We are told that things just naturally become bigger. We [need to look honestly at this situation] without assigning blame, without therefore saying that, “All white western wealthy persons are evil and all poor people are noble.” It’s not about that. It’s not that simple.
It’s understanding the structures, so that we don’t run around chasing our tail and in the end reinforce these structures. So this global trading system functions beautifully for the giant middlemen—or corporations—to be buying where labor is cheap, and selling where it is expensive. [The system] keeps thriving on inequality, both within countries and between countries. But the way that the system has created this corporate powerful elite is through global trade, going way back. [From the beginning.] it’s been based on injustice, and [in the modern era] it has been accelerated and exacerbated by global trade treaties. That’s a very central, systemically central, trajectory that we should be keeping our eyes on.
Ken: I’m going to ask you two questions that are kind of unfair. And they are unfair because you are describing both the meta and the micro. And so, [first], outside of money, what’s the one form of support that would most help your efforts?
Helena: Getting the word out. Our work is about getting the word out. We think of ourselves as an activist think tank trying to get this perspective out to encourage strategic activism around the world. To the extent that we are a think-and-do tank we try to present these ideas in plain English to reach a wide audience. Our target audience is those people who still have some time, space, and money to do something to make the world a better place.
Ken: And do you see in the West that that pool of people is getting larger or getting smaller?
Ken: And why is that?
Helena: Because the economic system that, at the same time that it is chewing up more and more resources, is chewing up more and more people. The trajectory fundamentally has been based on the idea [of] support for global traders, which then means that they go to find where labor is cheapest. So it’s a moving feast; it doesn’t create any security for labor. At the same time, we have the idea that…substituting technology for people is always progress. This means that our governments have been subsidising the development of technologies that end up replacing people. And of course, ever-more technology relies on ever-more energy. The biggest, most fraudulent shift has been managing to market the communications technologies as being efficient. You know, reducing use of paper etc., when actually the reliance on these electronic tools has massively increased the demand for high-quality energy. The end result is that more and more people feel extremely insecure, and those who have jobs are working longer and longer hours. This means that there are fewer people who have the luxury to devoting their time to make this world a better place. In addition, systemic subsidies for global trade and ever more high technology [This makes] it extremely difficult to rely on what we could easily rely on, much smaller-scale, diverse renewable energy technologies.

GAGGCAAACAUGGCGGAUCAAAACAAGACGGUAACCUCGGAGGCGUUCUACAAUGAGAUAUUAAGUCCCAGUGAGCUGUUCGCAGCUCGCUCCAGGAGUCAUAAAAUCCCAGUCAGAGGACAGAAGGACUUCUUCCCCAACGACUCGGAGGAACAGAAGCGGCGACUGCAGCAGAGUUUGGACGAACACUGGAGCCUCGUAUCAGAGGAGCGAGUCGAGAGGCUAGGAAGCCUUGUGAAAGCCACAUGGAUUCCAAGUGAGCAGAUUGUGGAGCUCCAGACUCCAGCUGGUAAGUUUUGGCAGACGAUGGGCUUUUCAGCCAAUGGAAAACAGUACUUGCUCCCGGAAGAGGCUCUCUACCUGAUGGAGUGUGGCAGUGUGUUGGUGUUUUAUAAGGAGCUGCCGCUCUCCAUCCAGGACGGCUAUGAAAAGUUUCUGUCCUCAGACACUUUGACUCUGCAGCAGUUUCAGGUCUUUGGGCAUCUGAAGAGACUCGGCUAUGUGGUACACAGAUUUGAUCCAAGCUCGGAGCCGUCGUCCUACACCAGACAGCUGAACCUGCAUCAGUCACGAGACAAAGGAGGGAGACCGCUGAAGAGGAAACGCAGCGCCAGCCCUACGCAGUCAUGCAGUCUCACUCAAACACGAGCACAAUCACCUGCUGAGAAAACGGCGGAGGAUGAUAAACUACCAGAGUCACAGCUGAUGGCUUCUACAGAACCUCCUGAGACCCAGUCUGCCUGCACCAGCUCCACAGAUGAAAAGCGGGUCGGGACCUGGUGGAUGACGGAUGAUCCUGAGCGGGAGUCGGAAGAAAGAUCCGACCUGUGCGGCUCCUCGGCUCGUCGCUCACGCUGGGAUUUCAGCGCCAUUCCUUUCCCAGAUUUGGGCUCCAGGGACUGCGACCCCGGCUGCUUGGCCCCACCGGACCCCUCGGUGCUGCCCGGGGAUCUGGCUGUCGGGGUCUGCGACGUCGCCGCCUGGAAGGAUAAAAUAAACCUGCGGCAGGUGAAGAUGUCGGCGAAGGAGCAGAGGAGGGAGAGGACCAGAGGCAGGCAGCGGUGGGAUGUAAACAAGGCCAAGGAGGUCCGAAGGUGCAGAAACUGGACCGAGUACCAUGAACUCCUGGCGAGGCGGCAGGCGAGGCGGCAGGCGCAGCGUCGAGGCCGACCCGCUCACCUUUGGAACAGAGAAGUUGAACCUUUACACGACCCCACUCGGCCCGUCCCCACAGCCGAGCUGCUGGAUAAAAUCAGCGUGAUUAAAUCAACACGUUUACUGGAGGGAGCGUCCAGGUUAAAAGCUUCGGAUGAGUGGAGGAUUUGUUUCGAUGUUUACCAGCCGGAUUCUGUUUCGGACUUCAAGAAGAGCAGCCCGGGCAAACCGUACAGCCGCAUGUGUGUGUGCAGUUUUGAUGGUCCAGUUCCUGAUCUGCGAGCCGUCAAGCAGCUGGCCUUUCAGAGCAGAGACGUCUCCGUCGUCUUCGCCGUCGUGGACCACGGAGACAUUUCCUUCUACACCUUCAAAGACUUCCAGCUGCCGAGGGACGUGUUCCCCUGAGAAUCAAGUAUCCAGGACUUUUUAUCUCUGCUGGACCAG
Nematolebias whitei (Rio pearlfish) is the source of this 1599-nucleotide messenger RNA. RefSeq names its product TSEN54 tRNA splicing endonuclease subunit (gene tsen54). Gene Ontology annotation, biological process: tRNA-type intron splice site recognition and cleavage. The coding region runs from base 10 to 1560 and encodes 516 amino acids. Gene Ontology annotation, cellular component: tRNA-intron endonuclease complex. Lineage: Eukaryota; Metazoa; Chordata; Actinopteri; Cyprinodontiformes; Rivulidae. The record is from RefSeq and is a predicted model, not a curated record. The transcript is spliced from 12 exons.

Ken: It’s interesting you mention quality of energy because it’s not just energy, it’s very specific forms of energy: reliable, stable, and highly tuned. Here’s the second unfair question: What one structural or political or other policy would have the greatest impact on supporting you work?
Helena: Halting further trade as the first step. Halting, and starting a step-by-step reversal. New trade treaties that give banks and corporations the time to plan splits rather than ever bigger mergers. It’s not out of the question… It’s a shift that would be much easier to implement than the current path. The current path is incredibly resource-intensive and goes against the grain of nature and human nature, and what we’re talking about here is going with the grain of nature and human nature….
I think most CEOs would welcome the idea if they could just be presented with the big picture that this so-called “free trade agenda,” is a shift that forces them to go scouring the whole world for the cheapest labor. [They are also] attacked for using slave labor, [being] forced to use larger quantities of energy to have everything from our socks to our potatoes coming from China.
Already [some] CEOs [are] saying, “Stop the world I want to get off!” With their tickers and their mobile phones and everything else, they have to be on 24 hours a day. It’s not humanly possible, you cannot act out of kindness and compassion and wisdom when you’re doing that. The other part of this rat race is that you’re running, running, because the next merger may mean that you lose your job. When two merge into one there’s going to be one CEO.
So what we’re advocating is a path of splitting, and saying, “Wouldn’t it be a great thing to know that you could actually help recruit another CEO for a sister company? [These smaller corporations] will not be interlinked, and they’re going to have to adhere to the rules of individual countries.”